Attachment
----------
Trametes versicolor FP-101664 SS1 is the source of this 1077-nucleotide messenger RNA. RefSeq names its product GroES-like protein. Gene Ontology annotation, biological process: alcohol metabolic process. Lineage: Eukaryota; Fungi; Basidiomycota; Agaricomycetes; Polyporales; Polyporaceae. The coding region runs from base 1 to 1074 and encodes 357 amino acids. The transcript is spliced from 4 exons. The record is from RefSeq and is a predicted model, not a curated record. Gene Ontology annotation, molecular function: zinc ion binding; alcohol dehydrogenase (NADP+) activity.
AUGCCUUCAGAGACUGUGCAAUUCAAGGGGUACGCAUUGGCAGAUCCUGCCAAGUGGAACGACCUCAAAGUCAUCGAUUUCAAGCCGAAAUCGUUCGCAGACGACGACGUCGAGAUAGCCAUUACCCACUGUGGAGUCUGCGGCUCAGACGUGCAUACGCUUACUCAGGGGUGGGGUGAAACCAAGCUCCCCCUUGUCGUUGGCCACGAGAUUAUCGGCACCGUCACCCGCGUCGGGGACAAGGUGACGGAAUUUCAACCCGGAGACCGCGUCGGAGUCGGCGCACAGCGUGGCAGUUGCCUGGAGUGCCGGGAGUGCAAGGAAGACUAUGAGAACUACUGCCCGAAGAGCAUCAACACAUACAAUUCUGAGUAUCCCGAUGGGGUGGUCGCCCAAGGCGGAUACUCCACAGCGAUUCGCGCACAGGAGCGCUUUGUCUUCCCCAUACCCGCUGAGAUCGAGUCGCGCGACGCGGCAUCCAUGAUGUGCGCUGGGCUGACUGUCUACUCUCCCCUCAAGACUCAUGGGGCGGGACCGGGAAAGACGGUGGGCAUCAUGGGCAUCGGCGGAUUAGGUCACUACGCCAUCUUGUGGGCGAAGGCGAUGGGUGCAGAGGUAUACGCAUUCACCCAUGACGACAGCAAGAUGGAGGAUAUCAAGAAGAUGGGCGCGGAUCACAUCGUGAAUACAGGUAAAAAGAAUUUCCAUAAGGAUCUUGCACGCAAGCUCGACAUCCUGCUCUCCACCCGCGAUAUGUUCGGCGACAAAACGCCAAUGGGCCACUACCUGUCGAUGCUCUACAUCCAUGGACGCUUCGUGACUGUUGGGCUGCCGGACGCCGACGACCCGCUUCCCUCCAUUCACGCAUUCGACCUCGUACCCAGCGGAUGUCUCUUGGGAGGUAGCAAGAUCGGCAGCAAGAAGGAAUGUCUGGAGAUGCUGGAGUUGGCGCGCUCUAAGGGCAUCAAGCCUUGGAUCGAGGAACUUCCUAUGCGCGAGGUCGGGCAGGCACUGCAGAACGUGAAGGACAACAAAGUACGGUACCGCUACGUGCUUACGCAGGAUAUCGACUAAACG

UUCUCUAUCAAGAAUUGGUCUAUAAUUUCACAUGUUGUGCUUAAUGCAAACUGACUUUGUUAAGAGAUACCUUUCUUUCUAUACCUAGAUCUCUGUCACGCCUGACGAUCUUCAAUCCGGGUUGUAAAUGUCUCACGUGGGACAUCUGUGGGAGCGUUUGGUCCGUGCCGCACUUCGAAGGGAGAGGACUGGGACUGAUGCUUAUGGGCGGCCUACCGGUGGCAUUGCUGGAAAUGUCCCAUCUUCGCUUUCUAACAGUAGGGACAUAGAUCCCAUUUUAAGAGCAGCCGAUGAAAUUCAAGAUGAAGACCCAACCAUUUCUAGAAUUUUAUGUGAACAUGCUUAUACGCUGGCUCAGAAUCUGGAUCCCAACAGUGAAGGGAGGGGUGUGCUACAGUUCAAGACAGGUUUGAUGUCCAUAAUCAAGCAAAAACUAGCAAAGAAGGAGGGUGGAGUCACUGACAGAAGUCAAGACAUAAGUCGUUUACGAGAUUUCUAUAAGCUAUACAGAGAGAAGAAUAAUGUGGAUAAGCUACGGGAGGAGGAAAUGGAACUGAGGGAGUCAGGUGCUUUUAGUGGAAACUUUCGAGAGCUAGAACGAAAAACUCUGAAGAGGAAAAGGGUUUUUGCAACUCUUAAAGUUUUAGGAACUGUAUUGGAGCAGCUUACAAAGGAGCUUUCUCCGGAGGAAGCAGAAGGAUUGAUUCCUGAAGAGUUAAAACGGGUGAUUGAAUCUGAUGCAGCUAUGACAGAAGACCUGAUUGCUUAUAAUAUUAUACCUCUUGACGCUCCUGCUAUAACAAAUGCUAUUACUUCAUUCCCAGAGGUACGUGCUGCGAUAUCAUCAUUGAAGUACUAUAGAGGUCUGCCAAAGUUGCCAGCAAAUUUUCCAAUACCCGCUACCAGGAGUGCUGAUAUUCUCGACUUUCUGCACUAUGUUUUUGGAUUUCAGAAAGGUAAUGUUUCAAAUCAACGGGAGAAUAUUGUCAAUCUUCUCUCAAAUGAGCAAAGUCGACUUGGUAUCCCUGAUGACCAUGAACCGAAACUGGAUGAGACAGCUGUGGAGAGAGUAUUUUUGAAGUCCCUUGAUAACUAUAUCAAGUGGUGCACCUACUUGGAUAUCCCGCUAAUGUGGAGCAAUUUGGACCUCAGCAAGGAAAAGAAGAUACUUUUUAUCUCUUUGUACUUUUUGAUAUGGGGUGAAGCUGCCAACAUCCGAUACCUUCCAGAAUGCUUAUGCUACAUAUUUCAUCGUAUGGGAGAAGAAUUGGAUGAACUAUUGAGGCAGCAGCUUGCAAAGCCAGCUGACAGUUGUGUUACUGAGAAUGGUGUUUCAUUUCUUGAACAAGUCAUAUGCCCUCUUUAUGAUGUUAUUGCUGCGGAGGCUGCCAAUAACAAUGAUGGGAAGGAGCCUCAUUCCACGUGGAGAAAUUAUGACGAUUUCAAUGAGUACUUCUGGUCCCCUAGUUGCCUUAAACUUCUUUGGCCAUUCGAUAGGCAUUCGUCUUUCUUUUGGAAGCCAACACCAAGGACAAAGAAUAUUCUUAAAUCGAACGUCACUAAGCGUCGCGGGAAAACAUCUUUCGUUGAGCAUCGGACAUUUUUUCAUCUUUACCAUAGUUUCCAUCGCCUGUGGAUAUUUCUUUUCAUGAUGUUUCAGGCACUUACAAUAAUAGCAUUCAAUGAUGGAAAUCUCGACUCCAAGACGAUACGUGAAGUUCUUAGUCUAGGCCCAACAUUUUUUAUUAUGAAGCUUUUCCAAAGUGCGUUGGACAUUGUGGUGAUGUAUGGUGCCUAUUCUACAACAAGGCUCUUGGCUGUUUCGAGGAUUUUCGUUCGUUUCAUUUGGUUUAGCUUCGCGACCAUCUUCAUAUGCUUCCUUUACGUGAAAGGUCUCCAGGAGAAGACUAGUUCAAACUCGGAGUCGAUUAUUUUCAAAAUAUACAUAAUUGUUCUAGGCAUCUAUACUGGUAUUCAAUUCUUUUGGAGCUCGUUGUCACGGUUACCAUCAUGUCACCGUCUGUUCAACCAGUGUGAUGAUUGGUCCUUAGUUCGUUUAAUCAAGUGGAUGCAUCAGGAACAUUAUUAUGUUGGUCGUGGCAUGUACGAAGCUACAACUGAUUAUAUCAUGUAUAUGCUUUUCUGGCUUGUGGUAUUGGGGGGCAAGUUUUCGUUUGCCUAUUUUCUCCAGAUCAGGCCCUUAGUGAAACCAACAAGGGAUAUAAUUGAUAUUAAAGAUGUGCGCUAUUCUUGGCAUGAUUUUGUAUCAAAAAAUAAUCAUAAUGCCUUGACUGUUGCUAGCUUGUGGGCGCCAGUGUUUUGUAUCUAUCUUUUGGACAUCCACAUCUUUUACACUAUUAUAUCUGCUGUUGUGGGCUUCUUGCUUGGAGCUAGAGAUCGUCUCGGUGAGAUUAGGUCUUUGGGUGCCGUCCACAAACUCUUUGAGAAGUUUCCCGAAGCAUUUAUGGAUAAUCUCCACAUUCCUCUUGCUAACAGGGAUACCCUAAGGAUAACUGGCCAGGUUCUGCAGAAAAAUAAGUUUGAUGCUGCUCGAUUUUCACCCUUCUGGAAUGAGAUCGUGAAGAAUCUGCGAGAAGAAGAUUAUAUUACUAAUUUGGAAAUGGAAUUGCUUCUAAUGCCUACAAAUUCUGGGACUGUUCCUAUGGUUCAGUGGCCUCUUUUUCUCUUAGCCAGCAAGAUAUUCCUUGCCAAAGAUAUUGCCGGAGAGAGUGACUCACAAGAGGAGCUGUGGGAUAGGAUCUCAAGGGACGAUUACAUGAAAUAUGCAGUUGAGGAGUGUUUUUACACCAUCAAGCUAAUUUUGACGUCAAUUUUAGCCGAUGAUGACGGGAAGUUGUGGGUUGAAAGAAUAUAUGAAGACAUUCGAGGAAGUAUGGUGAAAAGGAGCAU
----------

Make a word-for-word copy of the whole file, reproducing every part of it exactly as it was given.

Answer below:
Trametes versicolor FP-101664 SS1 is the source of this 1077-nucleotide messenger RNA. RefSeq names its product GroES-like protein. Gene Ontology annotation, biological process: alcohol metabolic process. Lineage: Eukaryota; Fungi; Basidiomycota; Agaricomycetes; Polyporales; Polyporaceae. The coding region runs from base 1 to 1074 and encodes 357 amino acids. The transcript is spliced from 4 exons. The record is from RefSeq and is a predicted model, not a curated record. Gene Ontology annotation, molecular function: zinc ion binding; alcohol dehydrogenase (NADP+) activity.
AUGCCUUCAGAGACUGUGCAAUUCAAGGGGUACGCAUUGGCAGAUCCUGCCAAGUGGAACGACCUCAAAGUCAUCGAUUUCAAGCCGAAAUCGUUCGCAGACGACGACGUCGAGAUAGCCAUUACCCACUGUGGAGUCUGCGGCUCAGACGUGCAUACGCUUACUCAGGGGUGGGGUGAAACCAAGCUCCCCCUUGUCGUUGGCCACGAGAUUAUCGGCACCGUCACCCGCGUCGGGGACAAGGUGACGGAAUUUCAACCCGGAGACCGCGUCGGAGUCGGCGCACAGCGUGGCAGUUGCCUGGAGUGCCGGGAGUGCAAGGAAGACUAUGAGAACUACUGCCCGAAGAGCAUCAACACAUACAAUUCUGAGUAUCCCGAUGGGGUGGUCGCCCAAGGCGGAUACUCCACAGCGAUUCGCGCACAGGAGCGCUUUGUCUUCCCCAUACCCGCUGAGAUCGAGUCGCGCGACGCGGCAUCCAUGAUGUGCGCUGGGCUGACUGUCUACUCUCCCCUCAAGACUCAUGGGGCGGGACCGGGAAAGACGGUGGGCAUCAUGGGCAUCGGCGGAUUAGGUCACUACGCCAUCUUGUGGGCGAAGGCGAUGGGUGCAGAGGUAUACGCAUUCACCCAUGACGACAGCAAGAUGGAGGAUAUCAAGAAGAUGGGCGCGGAUCACAUCGUGAAUACAGGUAAAAAGAAUUUCCAUAAGGAUCUUGCACGCAAGCUCGACAUCCUGCUCUCCACCCGCGAUAUGUUCGGCGACAAAACGCCAAUGGGCCACUACCUGUCGAUGCUCUACAUCCAUGGACGCUUCGUGACUGUUGGGCUGCCGGACGCCGACGACCCGCUUCCCUCCAUUCACGCAUUCGACCUCGUACCCAGCGGAUGUCUCUUGGGAGGUAGCAAGAUCGGCAGCAAGAAGGAAUGUCUGGAGAUGCUGGAGUUGGCGCGCUCUAAGGGCAUCAAGCCUUGGAUCGAGGAACUUCCUAUGCGCGAGGUCGGGCAGGCACUGCAGAACGUGAAGGACAACAAAGUACGGUACCGCUACGUGCUUACGCAGGAUAUCGACUAAACG

UUCUCUAUCAAGAAUUGGUCUAUAAUUUCACAUGUUGUGCUUAAUGCAAACUGACUUUGUUAAGAGAUACCUUUCUUUCUAUACCUAGAUCUCUGUCACGCCUGACGAUCUUCAAUCCGGGUUGUAAAUGUCUCACGUGGGACAUCUGUGGGAGCGUUUGGUCCGUGCCGCACUUCGAAGGGAGAGGACUGGGACUGAUGCUUAUGGGCGGCCUACCGGUGGCAUUGCUGGAAAUGUCCCAUCUUCGCUUUCUAACAGUAGGGACAUAGAUCCCAUUUUAAGAGCAGCCGAUGAAAUUCAAGAUGAAGACCCAACCAUUUCUAGAAUUUUAUGUGAACAUGCUUAUACGCUGGCUCAGAAUCUGGAUCCCAACAGUGAAGGGAGGGGUGUGCUACAGUUCAAGACAGGUUUGAUGUCCAUAAUCAAGCAAAAACUAGCAAAGAAGGAGGGUGGAGUCACUGACAGAAGUCAAGACAUAAGUCGUUUACGAGAUUUCUAUAAGCUAUACAGAGAGAAGAAUAAUGUGGAUAAGCUACGGGAGGAGGAAAUGGAACUGAGGGAGUCAGGUGCUUUUAGUGGAAACUUUCGAGAGCUAGAACGAAAAACUCUGAAGAGGAAAAGGGUUUUUGCAACUCUUAAAGUUUUAGGAACUGUAUUGGAGCAGCUUACAAAGGAGCUUUCUCCGGAGGAAGCAGAAGGAUUGAUUCCUGAAGAGUUAAAACGGGUGAUUGAAUCUGAUGCAGCUAUGACAGAAGACCUGAUUGCUUAUAAUAUUAUACCUCUUGACGCUCCUGCUAUAACAAAUGCUAUUACUUCAUUCCCAGAGGUACGUGCUGCGAUAUCAUCAUUGAAGUACUAUAGAGGUCUGCCAAAGUUGCCAGCAAAUUUUCCAAUACCCGCUACCAGGAGUGCUGAUAUUCUCGACUUUCUGCACUAUGUUUUUGGAUUUCAGAAAGGUAAUGUUUCAAAUCAACGGGAGAAUAUUGUCAAUCUUCUCUCAAAUGAGCAAAGUCGACUUGGUAUCCCUGAUGACCAUGAACCGAAACUGGAUGAGACAGCUGUGGAGAGAGUAUUUUUGAAGUCCCUUGAUAACUAUAUCAAGUGGUGCACCUACUUGGAUAUCCCGCUAAUGUGGAGCAAUUUGGACCUCAGCAAGGAAAAGAAGAUACUUUUUAUCUCUUUGUACUUUUUGAUAUGGGGUGAAGCUGCCAACAUCCGAUACCUUCCAGAAUGCUUAUGCUACAUAUUUCAUCGUAUGGGAGAAGAAUUGGAUGAACUAUUGAGGCAGCAGCUUGCAAAGCCAGCUGACAGUUGUGUUACUGAGAAUGGUGUUUCAUUUCUUGAACAAGUCAUAUGCCCUCUUUAUGAUGUUAUUGCUGCGGAGGCUGCCAAUAACAAUGAUGGGAAGGAGCCUCAUUCCACGUGGAGAAAUUAUGACGAUUUCAAUGAGUACUUCUGGUCCCCUAGUUGCCUUAAACUUCUUUGGCCAUUCGAUAGGCAUUCGUCUUUCUUUUGGAAGCCAACACCAAGGACAAAGAAUAUUCUUAAAUCGAACGUCACUAAGCGUCGCGGGAAAACAUCUUUCGUUGAGCAUCGGACAUUUUUUCAUCUUUACCAUAGUUUCCAUCGCCUGUGGAUAUUUCUUUUCAUGAUGUUUCAGGCACUUACAAUAAUAGCAUUCAAUGAUGGAAAUCUCGACUCCAAGACGAUACGUGAAGUUCUUAGUCUAGGCCCAACAUUUUUUAUUAUGAAGCUUUUCCAAAGUGCGUUGGACAUUGUGGUGAUGUAUGGUGCCUAUUCUACAACAAGGCUCUUGGCUGUUUCGAGGAUUUUCGUUCGUUUCAUUUGGUUUAGCUUCGCGACCAUCUUCAUAUGCUUCCUUUACGUGAAAGGUCUCCAGGAGAAGACUAGUUCAAACUCGGAGUCGAUUAUUUUCAAAAUAUACAUAAUUGUUCUAGGCAUCUAUACUGGUAUUCAAUUCUUUUGGAGCUCGUUGUCACGGUUACCAUCAUGUCACCGUCUGUUCAACCAGUGUGAUGAUUGGUCCUUAGUUCGUUUAAUCAAGUGGAUGCAUCAGGAACAUUAUUAUGUUGGUCGUGGCAUGUACGAAGCUACAACUGAUUAUAUCAUGUAUAUGCUUUUCUGGCUUGUGGUAUUGGGGGGCAAGUUUUCGUUUGCCUAUUUUCUCCAGAUCAGGCCCUUAGUGAAACCAACAAGGGAUAUAAUUGAUAUUAAAGAUGUGCGCUAUUCUUGGCAUGAUUUUGUAUCAAAAAAUAAUCAUAAUGCCUUGACUGUUGCUAGCUUGUGGGCGCCAGUGUUUUGUAUCUAUCUUUUGGACAUCCACAUCUUUUACACUAUUAUAUCUGCUGUUGUGGGCUUCUUGCUUGGAGCUAGAGAUCGUCUCGGUGAGAUUAGGUCUUUGGGUGCCGUCCACAAACUCUUUGAGAAGUUUCCCGAAGCAUUUAUGGAUAAUCUCCACAUUCCUCUUGCUAACAGGGAUACCCUAAGGAUAACUGGCCAGGUUCUGCAGAAAAAUAAGUUUGAUGCUGCUCGAUUUUCACCCUUCUGGAAUGAGAUCGUGAAGAAUCUGCGAGAAGAAGAUUAUAUUACUAAUUUGGAAAUGGAAUUGCUUCUAAUGCCUACAAAUUCUGGGACUGUUCCUAUGGUUCAGUGGCCUCUUUUUCUCUUAGCCAGCAAGAUAUUCCUUGCCAAAGAUAUUGCCGGAGAGAGUGACUCACAAGAGGAGCUGUGGGAUAGGAUCUCAAGGGACGAUUACAUGAAAUAUGCAGUUGAGGAGUGUUUUUACACCAUCAAGCUAAUUUUGACGUCAAUUUUAGCCGAUGAUGACGGGAAGUUGUGGGUUGAAAGAAUAUAUGAAGACAUUCGAGGAAGUAUGGUGAAAAGGAGCAU